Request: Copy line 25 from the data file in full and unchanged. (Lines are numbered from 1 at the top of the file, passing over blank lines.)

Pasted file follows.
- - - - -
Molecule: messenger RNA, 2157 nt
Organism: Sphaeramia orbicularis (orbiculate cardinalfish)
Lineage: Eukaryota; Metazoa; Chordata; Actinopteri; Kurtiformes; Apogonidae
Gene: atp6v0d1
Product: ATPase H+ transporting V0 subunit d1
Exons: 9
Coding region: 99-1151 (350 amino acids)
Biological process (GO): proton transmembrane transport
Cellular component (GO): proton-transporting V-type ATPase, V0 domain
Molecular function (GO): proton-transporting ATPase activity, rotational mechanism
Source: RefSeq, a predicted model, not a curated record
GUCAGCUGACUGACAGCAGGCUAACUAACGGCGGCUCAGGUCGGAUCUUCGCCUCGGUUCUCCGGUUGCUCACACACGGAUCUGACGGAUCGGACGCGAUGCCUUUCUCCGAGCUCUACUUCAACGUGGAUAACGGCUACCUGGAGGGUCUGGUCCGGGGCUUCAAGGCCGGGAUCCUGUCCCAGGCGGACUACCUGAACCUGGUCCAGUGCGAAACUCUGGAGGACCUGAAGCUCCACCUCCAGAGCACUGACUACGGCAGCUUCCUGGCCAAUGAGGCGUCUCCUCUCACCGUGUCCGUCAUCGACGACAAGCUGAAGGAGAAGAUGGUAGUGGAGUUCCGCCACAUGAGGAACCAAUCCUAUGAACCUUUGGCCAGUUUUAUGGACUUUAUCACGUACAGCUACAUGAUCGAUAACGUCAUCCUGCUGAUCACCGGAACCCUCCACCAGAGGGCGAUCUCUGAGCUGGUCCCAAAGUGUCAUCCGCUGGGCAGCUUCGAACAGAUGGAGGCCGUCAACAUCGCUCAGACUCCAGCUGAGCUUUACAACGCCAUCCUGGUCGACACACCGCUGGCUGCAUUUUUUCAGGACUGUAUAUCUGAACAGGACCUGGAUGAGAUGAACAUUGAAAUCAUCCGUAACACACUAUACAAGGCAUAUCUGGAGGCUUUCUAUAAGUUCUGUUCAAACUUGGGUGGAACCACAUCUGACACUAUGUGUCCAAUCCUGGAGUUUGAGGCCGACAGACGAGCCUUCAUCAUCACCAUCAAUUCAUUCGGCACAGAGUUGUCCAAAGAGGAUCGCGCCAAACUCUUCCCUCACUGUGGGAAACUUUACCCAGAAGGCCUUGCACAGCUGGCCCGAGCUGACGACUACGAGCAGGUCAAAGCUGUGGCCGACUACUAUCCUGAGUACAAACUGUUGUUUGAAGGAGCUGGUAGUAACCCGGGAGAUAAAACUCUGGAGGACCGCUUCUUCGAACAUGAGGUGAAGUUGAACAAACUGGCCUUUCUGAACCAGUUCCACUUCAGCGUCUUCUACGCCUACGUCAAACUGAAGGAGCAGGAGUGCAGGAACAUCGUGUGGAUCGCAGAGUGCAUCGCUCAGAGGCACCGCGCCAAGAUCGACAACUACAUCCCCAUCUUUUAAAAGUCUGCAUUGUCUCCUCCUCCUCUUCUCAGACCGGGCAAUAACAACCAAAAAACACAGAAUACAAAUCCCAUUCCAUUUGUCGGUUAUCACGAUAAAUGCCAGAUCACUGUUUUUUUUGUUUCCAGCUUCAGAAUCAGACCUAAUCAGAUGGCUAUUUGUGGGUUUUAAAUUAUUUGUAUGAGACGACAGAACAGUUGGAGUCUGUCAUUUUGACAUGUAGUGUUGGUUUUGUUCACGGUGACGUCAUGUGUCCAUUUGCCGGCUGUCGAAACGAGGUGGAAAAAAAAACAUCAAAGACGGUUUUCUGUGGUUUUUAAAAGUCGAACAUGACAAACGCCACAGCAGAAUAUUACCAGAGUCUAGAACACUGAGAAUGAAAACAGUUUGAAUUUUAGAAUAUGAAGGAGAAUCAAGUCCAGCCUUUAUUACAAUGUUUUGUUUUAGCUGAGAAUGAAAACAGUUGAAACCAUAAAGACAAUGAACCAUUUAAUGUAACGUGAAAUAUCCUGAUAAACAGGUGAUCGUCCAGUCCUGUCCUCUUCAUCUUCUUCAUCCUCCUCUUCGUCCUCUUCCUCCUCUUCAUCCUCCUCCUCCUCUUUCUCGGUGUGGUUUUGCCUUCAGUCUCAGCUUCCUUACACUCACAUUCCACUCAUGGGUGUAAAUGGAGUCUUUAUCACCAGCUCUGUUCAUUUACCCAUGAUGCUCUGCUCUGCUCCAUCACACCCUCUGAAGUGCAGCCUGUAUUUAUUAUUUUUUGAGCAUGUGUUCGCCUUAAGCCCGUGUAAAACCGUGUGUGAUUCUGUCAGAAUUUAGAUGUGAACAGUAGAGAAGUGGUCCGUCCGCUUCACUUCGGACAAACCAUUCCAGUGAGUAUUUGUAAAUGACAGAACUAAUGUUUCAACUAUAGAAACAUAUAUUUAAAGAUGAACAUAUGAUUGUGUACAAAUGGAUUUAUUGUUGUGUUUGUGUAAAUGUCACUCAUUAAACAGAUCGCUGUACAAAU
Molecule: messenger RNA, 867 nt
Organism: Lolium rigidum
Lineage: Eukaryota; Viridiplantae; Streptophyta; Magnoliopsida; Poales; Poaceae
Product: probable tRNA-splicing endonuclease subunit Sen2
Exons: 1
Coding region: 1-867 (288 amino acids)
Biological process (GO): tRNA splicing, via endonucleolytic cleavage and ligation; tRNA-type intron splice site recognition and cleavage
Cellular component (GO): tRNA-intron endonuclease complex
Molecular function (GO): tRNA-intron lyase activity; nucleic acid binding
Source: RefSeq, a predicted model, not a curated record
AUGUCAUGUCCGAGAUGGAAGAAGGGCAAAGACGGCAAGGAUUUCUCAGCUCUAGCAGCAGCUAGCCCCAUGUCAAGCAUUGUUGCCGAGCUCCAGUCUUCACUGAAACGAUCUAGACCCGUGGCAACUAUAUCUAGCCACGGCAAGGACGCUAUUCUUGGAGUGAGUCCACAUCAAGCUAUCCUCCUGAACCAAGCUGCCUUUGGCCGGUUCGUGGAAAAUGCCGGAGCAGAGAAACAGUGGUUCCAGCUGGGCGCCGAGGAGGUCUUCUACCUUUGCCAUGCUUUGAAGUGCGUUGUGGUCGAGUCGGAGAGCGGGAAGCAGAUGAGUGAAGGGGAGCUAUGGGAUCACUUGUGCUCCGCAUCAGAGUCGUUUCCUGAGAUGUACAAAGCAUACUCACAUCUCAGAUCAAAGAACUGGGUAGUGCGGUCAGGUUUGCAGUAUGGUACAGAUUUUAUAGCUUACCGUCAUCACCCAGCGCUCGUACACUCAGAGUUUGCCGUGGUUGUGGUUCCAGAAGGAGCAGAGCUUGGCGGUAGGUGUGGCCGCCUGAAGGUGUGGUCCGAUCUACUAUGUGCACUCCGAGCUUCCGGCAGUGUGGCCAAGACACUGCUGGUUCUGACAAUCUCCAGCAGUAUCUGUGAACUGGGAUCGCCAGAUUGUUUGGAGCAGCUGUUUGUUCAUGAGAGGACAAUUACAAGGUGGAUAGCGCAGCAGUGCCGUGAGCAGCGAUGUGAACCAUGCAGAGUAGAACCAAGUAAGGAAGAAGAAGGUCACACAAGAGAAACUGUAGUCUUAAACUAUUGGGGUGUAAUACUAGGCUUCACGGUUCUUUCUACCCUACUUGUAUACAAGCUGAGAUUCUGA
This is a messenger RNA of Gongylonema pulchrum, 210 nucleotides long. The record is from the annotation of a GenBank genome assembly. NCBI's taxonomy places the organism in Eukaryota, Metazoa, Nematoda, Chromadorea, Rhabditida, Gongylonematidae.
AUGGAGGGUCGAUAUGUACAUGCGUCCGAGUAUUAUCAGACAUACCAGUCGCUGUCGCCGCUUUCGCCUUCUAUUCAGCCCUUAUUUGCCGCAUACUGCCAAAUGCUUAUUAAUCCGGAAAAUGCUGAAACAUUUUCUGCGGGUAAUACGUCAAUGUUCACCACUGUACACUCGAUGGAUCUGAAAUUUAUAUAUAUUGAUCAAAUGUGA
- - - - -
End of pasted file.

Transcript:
AUGGAGGGUCGAUAUGUACAUGCGUCCGAGUAUUAUCAGACAUACCAGUCGCUGUCGCCGCUUUCGCCUUCUAUUCAGCCCUUAUUUGCCGCAUACUGCCAAAUGCUUAUUAAUCCGGAAAAUGCUGAAACAUUUUCUGCGGGUAAUACGUCAAUGUUCACCACUGUACACUCGAUGGAUCUGAAAUUUAUAUAUAUUGAUCAAAUGUGA